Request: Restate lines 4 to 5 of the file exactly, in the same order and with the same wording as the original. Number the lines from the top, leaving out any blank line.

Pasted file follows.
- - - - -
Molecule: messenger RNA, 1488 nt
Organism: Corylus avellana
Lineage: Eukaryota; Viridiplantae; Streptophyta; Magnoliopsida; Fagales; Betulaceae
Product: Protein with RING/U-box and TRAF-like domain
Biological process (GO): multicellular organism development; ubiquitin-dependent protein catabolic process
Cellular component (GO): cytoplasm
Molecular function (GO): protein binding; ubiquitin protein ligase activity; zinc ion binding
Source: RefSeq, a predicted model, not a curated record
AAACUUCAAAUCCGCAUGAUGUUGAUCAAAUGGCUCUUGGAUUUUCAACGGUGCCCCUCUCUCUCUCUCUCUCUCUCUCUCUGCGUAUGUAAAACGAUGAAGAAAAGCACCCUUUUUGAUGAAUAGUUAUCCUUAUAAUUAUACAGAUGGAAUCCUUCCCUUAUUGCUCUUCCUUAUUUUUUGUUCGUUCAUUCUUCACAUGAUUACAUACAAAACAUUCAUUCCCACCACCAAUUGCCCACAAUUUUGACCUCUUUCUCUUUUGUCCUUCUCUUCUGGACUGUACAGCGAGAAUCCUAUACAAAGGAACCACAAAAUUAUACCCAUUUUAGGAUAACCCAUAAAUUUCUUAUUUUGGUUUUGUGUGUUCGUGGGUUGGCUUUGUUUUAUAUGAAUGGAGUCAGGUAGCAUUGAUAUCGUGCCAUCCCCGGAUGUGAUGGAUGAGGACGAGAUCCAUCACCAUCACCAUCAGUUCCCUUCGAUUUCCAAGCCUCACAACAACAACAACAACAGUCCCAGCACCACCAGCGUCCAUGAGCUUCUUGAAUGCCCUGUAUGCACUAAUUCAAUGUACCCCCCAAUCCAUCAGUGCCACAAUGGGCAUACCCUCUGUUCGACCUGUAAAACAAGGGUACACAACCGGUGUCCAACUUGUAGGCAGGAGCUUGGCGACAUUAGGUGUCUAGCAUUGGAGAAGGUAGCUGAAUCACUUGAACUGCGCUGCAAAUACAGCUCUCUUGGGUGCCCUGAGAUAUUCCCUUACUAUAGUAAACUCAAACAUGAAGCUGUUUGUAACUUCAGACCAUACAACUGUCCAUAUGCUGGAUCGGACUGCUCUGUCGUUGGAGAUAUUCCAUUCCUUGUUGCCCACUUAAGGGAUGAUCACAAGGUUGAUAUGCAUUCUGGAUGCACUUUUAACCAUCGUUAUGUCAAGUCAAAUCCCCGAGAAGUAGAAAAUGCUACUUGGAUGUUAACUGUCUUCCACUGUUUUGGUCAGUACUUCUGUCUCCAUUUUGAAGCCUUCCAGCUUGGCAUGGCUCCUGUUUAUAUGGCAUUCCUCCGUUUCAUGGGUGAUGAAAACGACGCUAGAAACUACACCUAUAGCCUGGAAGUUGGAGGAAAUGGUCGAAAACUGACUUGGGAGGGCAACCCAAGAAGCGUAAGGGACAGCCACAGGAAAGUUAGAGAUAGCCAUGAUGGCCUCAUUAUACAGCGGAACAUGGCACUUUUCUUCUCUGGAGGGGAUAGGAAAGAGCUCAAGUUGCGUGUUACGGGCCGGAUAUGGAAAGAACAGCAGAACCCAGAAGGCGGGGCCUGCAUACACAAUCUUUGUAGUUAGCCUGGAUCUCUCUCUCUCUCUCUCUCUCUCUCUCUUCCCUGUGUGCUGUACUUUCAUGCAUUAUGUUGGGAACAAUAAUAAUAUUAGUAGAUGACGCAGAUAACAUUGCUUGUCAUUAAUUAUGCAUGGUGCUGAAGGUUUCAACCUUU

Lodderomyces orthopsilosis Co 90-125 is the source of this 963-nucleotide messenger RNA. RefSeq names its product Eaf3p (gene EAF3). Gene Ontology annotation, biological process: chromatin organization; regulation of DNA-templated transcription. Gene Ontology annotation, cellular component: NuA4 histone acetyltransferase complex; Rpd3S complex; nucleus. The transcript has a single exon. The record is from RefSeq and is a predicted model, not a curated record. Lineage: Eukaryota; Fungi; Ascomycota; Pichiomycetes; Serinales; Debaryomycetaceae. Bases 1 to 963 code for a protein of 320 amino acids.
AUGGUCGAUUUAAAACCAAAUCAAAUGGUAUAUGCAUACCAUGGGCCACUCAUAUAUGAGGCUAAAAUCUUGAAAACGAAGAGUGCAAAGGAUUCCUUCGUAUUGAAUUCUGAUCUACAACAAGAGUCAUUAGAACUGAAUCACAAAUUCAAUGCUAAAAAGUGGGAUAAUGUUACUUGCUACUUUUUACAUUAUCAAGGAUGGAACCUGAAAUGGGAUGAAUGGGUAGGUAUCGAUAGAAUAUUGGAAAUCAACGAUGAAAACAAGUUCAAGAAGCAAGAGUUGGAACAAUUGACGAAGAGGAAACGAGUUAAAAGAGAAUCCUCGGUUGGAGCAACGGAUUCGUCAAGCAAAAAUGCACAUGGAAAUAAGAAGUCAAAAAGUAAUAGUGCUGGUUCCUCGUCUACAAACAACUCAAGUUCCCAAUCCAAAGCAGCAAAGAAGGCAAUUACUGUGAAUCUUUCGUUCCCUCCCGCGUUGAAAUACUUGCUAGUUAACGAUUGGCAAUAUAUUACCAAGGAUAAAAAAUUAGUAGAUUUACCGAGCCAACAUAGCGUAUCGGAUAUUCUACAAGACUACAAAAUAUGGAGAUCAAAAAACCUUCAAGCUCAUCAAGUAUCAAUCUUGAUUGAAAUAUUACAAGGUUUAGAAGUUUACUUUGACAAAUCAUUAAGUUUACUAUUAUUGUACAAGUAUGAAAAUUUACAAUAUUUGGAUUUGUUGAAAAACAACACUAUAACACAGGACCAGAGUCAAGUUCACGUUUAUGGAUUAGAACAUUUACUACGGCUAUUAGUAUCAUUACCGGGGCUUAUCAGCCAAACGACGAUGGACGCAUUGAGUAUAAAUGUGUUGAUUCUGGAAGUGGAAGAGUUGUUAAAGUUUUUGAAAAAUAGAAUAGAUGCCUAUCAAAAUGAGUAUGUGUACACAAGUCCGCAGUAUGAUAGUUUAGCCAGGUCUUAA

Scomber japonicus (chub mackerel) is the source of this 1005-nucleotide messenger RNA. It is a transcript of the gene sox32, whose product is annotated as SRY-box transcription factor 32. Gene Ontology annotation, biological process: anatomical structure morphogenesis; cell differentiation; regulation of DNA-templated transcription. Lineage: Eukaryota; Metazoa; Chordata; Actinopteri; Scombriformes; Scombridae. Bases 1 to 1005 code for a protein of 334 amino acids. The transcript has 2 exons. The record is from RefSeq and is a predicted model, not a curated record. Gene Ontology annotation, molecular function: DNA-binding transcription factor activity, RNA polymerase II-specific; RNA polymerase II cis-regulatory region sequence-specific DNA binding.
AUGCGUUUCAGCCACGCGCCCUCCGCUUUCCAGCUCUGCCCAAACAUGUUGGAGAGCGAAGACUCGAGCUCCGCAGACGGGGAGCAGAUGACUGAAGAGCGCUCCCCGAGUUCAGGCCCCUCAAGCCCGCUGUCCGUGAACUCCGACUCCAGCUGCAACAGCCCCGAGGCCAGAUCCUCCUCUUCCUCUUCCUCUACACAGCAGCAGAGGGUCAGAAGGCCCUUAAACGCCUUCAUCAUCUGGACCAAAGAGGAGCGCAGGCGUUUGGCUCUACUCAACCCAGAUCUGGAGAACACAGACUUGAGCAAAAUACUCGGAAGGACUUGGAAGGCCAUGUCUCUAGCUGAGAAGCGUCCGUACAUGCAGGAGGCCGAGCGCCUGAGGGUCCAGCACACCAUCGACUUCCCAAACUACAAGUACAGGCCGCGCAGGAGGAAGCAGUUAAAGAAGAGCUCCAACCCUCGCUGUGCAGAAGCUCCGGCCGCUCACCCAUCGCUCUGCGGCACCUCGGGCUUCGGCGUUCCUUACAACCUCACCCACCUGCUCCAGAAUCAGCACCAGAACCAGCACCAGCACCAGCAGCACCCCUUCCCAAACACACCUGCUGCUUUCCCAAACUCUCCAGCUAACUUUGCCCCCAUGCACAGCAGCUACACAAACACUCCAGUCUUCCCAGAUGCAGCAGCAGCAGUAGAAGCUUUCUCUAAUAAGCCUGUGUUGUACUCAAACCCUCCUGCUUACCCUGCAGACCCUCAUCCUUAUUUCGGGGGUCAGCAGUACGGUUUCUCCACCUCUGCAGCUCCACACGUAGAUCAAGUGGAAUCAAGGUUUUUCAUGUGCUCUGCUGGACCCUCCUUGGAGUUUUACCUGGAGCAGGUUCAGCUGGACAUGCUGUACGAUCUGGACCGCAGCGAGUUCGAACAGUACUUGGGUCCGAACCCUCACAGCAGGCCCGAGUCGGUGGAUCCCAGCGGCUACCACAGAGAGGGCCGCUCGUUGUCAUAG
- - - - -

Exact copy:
Product: Protein with RING/U-box and TRAF-like domain
Biological process (GO): multicellular organism development; ubiquitin-dependent protein catabolic process